Concert scene is booming this year


May 30, 1993|By J. D. Considine | J. D. Considine,Pop Music Critic

Is there anything more optimistic than a booking agent in the spring?

You wouldn't think so from looking at the year's summer concert schedule. After two years of limited offerings and lackluster concert crowds, the summer of '93 is shaping up as big and busy, with a host of major acts heading out on tour.

Unlike last year, when the best the bookers could come up with were faded fogeys like Emerson, Lake & Palmer, this season's offerings include some of the biggest and hippest names in the business. Among those heading out are Aerosmith, Dr. Dre, Rod Stewart, Peter Gabriel and the Grateful Dead, as well as the Lollapalooza '93.

So far, there's plenty for those on the business end -- particularly venue owners and concert promoters -- to be happy about. Already, tickets have sold out for shows by Van Halen, Jimmy Buffett, and Neil Diamond (although Diamond just added a second show to meet the demand). And though this area's Lollapalooza date won't be announced until Wednesday (WHFS-FM will have a live announcement at 9 p.m.), Lollapalooza tickets in other cities were snapped up in hours.

Why the big change? Some, like Jean Parker, general manager at the Merriweather Post Pavilion, see an increase in consumer confidence -- at least on the entertainment front. "As a whole, consumers are going to be a little bit more liberal with their dollars," she says, adding that even though the Pavilion booked fewer shows than usual last year, "Our average attendance was up dramatically."

Others, like concert promoter Seth Hurwitz, co-owner of I.M.P. Productions and the 930 Club in Washington, think the difference is simply that bands, booking agents and promoters have learned from the mistakes of years past.

"One of the reasons it might be a better summer than the last few is the acts that stiffed for the last several years are not going out," he says. "They're finally being replaced by tours like the Spin Doctors and 10,000 Maniacs, and things like that will do well. The problem with previous summers was that you just had these mediocre acts going out and thinking the market was still there, and it's not. So they've been replaced by more contemporary, cooler shows.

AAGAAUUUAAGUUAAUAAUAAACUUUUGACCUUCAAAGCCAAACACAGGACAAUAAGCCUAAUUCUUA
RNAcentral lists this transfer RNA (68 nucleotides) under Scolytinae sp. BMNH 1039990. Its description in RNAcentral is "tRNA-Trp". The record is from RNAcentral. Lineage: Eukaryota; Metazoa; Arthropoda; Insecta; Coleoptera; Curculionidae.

"The dogs are finally dying out."

Changes everywhere

Regardless of how these promoters view the coming season, almost everyone is making changes. Perhaps the most pronounced are at Pier Six, which has responded to last year's disappointing sales with a near-complete managerial overhaul.

"We now use an outside booker for our attractions," says new general manager Brian Liddicoat. "The umbrella of the Baltimore Center for Performing Arts is now taking a more active interest in the Pier, giving us the support that's necessary to make sure that people understand that it's a viable performance center.

"So far, looking at the cross section of what's booked for the season, I think we've done a pretty good job."

Even so, optimism only goes so far in the music business. Thus, despite a general consensus that things are getting better, the more candid admit that it won't be totally smooth sailing this summer.

"There are still too many shows," says Hurwitz. "People still only have so much money. They're going to pick and choose."

Indeed they will, particularly given the amount of concert activity crowded into various portions of the season. For instance, there are more than 30 shows booked for the period between June 18 and 28, including dates by such heavy-hitters as Jimmy Buffett (June 18, 19 and 20 at Merriweather), Peter Gabriel (June 22 at the Capital Centre), and the Grateful Dead and Sting (June 25 and 26 at RFK Stadium).

Were each of these shows appealing to different audiences, this sort of congestion would be no problem. But in many cases, there are simultaneous shows hoping for the same crowd, as on June 23, when alternative rockers the Sundays play Shriver Hall the same time as the Spin Doctors, Soul Asylum and Screaming Trees do their thing at Merriweather.

In short, having a good show booked doesn't guarantee an audience will attend, says Michael Jaworek of Chesapeake Concerts. "My feeling is that a lot of this is just optimism."


Perhaps that's why packaging is such a big deal this year. This way, instead of relying on a single big name to pull in crowds, a promoter or venue has the advantage of several well-known names sharing the bill. Lollapalooza is generally recognized as the package approach's greatest triumph, but it works just as well with country and roots music as it does with alternative acts.

"This seems to be what the kids want to see," says Don Wehner, president of Upfront Promotions. "It's allowing new artists to get exposure where last year and the year before last, they couldn't."

"They're competing for people's dollar the way that any business should, by offering greater value for the money," agrees Hurwitz.

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